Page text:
Bad Kitty has mangled the Christ­mas tree and gifts and ends up running away in anger. Alas, she finds herself lost in the city, but is rescued by a lonely old woman who teaches Kitty the real meaning of Christmas. As always, Bruel fills both story and pictures with energetic doses of magical mayhem.

For many, Christmas isn’t complete without a holiday tale (or two or three) by master writer and illustrator Tomie dePaola, and fans will be delighted by Strega Nona’s Gift. The book features two of his classic characters, who live in an Italian village and are perfect foils for each other: the magical cooking wizard Strega Nona and the dimwitted blunderer Big Anthony.

Strega Nona is cooking up a holiday feast for her animals, and she asks the starving Big Anthony to deliver the treats—but Big Anthony can’t be trusted and things go awry.

DePaola takes readers on a wonderful village tour during a holiday season filled with celebrations, from the Feast of San Nicola on December 6 until the big feast of Epiphany on January 6 (dePaola explains them all briefly in a helpful note).

Like Strega Nona, dePaola has a magical way, creating a snappy story with illustrations painted in transparent acrylics that resemble watercolors with their soft tones. He gets everything right, from Big Anthony’s stubby blond moptop to a Christmas Eve sunset that is stunning in its simple beauty.

Next is Eileen Spinelli’s The Perfect Christmas, which spins a warm tale of two very different families. At the Archers’ home, treats are served on three-tiered trays and relatives are dropped off by their chauffeurs. Next door to the Archers, however, holidays are a happy but haphazard affair, with macaroni reindeer decorations and home-baked cookies so hard that they can break a toe.

No matter which style of celebration you prefer, you’ll enjoy peeking in on these two families, courtesy of JoAnn Adinolfi’s fun-filled illus­trations. Don’t miss details like the mouse wearing a hard hat as Grandma’s cookies fall off the tray, or the refrigerator covered with magnet snowflakes, a math test and, of all things, a postcard from Tijuana.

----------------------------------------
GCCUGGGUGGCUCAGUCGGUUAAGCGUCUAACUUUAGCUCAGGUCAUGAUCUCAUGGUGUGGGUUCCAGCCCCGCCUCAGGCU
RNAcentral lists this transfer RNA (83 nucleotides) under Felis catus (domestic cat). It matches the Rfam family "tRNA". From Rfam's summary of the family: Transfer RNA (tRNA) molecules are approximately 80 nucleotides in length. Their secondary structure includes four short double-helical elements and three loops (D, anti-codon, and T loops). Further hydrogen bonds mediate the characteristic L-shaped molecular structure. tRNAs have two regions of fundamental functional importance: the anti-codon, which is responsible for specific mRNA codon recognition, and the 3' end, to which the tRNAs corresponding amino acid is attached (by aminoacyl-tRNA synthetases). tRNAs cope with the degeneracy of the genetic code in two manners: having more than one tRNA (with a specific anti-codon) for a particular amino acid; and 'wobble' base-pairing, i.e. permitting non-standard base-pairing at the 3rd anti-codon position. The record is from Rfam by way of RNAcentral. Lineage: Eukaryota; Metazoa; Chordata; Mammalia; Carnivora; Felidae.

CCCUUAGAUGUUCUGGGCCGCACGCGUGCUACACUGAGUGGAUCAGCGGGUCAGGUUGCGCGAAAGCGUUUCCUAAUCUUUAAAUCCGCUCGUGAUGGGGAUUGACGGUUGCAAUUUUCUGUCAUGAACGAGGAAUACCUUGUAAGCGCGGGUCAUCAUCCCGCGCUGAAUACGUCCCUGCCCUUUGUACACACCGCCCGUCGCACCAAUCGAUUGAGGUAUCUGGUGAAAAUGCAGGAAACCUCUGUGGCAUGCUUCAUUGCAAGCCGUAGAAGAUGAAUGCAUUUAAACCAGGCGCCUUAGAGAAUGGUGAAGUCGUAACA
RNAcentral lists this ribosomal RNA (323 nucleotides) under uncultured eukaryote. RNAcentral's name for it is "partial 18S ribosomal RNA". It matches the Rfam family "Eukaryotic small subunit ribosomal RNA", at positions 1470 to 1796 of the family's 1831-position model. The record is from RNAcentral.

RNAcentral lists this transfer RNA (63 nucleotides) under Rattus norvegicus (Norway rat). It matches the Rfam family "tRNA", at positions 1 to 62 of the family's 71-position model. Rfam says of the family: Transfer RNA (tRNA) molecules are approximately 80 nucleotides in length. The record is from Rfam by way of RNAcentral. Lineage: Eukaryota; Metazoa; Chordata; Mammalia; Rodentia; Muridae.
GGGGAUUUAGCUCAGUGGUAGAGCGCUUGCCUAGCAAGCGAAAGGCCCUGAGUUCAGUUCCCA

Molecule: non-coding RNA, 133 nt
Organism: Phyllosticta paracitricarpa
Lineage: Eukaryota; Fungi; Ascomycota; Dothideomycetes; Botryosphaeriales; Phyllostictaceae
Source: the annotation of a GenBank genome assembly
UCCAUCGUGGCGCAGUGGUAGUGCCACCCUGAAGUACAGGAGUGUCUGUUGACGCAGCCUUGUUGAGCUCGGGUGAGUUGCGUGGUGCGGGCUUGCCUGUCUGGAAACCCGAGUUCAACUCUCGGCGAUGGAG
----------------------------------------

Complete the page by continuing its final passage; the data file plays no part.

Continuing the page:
David Rubel’s The Carpenter’s Gift has everything you want in a children’s holiday story: historical drama, superb illustrations and a meaningful message. Young Henry is used to waking up shivering in his family’s shack, but the chill wears off on Christmas Eve, 1931, when he and his out-of-work father borrow a truck, cut down some spruce trees and head to New York City to sell them. There they meet a kind man named Frank. At the end of the day, Henry and his dad leave an unsold tree for Frank and some other workers to enjoy.

On Christmas morning Henry is awakened by the toot-toot of several car horns: Frank and friends have come to build a brand-new home for Henry’s family. Henry grows up to become a carpenter himself and plants his own spruce tree, which many years later ends up being used as the Rockefeller Christmas tree.

Jim LaMarche’s illustrations are perfect, with faces full of emotion and outdoor scenes that capture the warm light of the many special moments in this story.  The author’s notes at the end of this book explain the history of the Rockefeller tree and the intriguing search to find it each year.

Enjoy another historical adventure with Frances and Peter, who live on a small New England island where their father works as the lighthouse keeper in Toni Buzzeo’s Lighthouse Christmas, illustrated by Nancy Carpenter. Their mother has died and they’re waiting for a boat to Aunt Martha’s house on the mainland for a festive holiday celebration.

A raging snowstorm prevents Frances and Peter from traveling to Aunt Martha’s. Frances then has to keep the lighthouse lantern lit while her father rescues a shipwrecked mariner. With supplies running low, the celebration seems destined to be bleak.

Thankfully, the “Flying Santa” saves the day, dropping a sackful of presents onto the island. The Flying Santa Service began in 1929 to honor lighthouse keepers and their families in Maine. Buzzeo, who lives in Maine, explains in a historical note how the lovely tradition has spread and continues.